• We aren’t traveling as much these days, and when we do it is shorter trips in the car. So I can take along my very best camera equipment – Nikon D5500 system. This solves the only problem I have with travel cameras – sometimes I have trouble in very low light if I have my tiny Lumix superzoom.
  • Most upgrades in digital camera technology in the past 5 years has been in video capability. Since I am really a still photo photographer that doesn’t apply to me. The older cameras still take wonderful still photographs.
  • I have a full set of Nikon DX lenses and a bunch of older Nikon film lenses from the early 1990s that still work – although I have to manually focus them. Replacing all those lenses with a mirrorless camera system would be very expensive.

The above was taken with one of the old school Nikon manual focus lenses. Since my cataract surgery I can accurately focus again – and the camera gives me an indication when I’ve got it right.

  • I can still take film photos with the old lenses and my 2002 F80 SLR but honestly I probably won’t. However if any of the grandkids gets into vintage photography classes in high school. I can donate a pretty good film system to them.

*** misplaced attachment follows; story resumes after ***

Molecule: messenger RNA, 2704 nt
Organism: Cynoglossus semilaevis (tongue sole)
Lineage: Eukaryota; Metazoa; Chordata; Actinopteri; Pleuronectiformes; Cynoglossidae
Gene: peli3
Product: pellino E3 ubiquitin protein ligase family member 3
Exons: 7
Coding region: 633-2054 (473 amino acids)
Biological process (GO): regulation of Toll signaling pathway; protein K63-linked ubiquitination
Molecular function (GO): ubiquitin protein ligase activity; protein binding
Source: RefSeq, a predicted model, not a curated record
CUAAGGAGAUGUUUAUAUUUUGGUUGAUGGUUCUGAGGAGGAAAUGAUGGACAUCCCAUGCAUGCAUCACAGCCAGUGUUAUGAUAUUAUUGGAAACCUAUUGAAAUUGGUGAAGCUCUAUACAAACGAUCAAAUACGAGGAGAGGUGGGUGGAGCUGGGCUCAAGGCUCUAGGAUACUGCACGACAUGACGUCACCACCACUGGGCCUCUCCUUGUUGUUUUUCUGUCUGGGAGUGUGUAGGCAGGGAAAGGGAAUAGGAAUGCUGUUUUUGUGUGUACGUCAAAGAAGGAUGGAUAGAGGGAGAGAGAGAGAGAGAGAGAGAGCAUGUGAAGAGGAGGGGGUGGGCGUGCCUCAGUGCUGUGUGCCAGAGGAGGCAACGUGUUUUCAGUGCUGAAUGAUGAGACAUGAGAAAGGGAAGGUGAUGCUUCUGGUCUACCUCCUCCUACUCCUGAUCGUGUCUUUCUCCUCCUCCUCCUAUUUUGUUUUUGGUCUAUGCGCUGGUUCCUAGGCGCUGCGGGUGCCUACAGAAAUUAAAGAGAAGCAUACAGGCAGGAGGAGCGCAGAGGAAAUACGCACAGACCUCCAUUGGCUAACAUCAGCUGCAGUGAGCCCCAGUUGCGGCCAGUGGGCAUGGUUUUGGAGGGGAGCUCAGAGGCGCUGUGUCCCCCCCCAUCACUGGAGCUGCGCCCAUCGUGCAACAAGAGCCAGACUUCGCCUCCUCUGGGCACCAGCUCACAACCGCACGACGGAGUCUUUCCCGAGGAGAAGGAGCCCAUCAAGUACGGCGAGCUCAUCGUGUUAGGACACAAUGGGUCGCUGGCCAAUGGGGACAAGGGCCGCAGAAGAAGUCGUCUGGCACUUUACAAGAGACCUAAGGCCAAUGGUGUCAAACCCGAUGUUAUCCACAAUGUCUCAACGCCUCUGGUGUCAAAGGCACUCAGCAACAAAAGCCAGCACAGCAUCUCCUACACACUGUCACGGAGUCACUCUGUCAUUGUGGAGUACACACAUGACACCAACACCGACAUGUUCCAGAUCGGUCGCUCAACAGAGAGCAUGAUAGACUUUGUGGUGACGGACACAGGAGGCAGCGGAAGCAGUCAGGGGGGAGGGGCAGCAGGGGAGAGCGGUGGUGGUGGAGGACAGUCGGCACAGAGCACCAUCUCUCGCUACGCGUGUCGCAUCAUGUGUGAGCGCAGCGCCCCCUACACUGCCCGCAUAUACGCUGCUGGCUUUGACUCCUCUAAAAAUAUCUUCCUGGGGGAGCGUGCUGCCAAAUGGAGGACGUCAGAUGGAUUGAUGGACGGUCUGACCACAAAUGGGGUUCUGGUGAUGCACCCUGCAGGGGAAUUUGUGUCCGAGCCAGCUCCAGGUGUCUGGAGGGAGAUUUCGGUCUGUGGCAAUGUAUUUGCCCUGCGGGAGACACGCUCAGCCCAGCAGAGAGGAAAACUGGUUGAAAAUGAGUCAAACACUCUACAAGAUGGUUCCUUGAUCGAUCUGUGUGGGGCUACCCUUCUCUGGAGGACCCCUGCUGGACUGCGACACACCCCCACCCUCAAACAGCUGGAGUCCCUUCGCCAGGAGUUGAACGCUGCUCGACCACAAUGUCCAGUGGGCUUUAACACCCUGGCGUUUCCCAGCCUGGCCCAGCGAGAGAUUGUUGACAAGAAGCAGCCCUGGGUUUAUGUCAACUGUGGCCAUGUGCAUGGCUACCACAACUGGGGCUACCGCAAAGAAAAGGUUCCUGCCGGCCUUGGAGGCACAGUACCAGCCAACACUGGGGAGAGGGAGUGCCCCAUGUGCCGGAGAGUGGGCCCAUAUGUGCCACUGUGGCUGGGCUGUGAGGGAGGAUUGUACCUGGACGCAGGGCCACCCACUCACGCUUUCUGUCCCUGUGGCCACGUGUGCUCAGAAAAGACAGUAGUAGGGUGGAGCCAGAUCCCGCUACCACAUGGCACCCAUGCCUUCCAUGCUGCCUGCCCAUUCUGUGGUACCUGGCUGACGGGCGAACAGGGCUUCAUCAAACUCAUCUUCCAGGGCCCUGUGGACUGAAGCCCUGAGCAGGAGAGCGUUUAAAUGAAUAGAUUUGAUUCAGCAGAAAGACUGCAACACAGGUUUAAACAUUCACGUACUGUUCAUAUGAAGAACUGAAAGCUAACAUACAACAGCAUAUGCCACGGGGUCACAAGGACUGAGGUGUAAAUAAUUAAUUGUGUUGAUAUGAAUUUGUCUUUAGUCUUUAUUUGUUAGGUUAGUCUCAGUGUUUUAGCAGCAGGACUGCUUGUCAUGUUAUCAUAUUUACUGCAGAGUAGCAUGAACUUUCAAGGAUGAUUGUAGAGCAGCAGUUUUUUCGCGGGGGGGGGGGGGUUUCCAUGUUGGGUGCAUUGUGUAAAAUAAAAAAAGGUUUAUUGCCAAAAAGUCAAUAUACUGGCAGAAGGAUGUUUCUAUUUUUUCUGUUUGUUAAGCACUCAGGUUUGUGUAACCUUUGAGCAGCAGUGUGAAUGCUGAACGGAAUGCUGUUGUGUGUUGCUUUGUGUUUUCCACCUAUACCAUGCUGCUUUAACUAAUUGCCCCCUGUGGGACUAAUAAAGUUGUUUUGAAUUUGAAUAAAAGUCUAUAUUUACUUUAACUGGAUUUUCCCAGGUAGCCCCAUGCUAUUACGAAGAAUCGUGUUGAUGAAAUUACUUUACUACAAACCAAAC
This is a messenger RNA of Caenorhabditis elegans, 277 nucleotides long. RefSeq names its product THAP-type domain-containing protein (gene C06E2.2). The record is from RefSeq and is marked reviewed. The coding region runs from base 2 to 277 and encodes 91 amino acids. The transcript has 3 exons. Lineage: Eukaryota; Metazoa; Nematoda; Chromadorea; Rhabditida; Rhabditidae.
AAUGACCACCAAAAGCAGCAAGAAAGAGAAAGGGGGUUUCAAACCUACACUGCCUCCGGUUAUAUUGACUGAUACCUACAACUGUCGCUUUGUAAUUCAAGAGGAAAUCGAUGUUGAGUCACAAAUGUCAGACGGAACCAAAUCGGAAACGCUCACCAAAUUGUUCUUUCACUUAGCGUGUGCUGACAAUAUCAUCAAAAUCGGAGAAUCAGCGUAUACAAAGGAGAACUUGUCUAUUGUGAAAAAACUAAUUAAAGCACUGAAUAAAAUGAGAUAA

• With my Pixel 7 smartphone I now have another capable camera I can experiment with. Initial impressions are pretty good, if you can live with limited telephoto capability.

Here is a November morning as captured by the Pixel 7.

  • Mostly I changed or upgraded my equipment because of frustration when I could not get the type of image I wanted. This has not been the case for several years now. Nor do I think that I have exhausted all the possibilities with either of my current “real” cameras. And I am just getting started with computational photography via my smartphone.

Although I may have reached the end of the line when it comes to buying new cameras, I certainly have NOT reached that point as a photographer. And one’s photographic skills are far more important than the type of equipment you have.

My Uncle Howard made wonderful images with a cruddy old 35mm Kodak back in the 1960s. I should always remember that.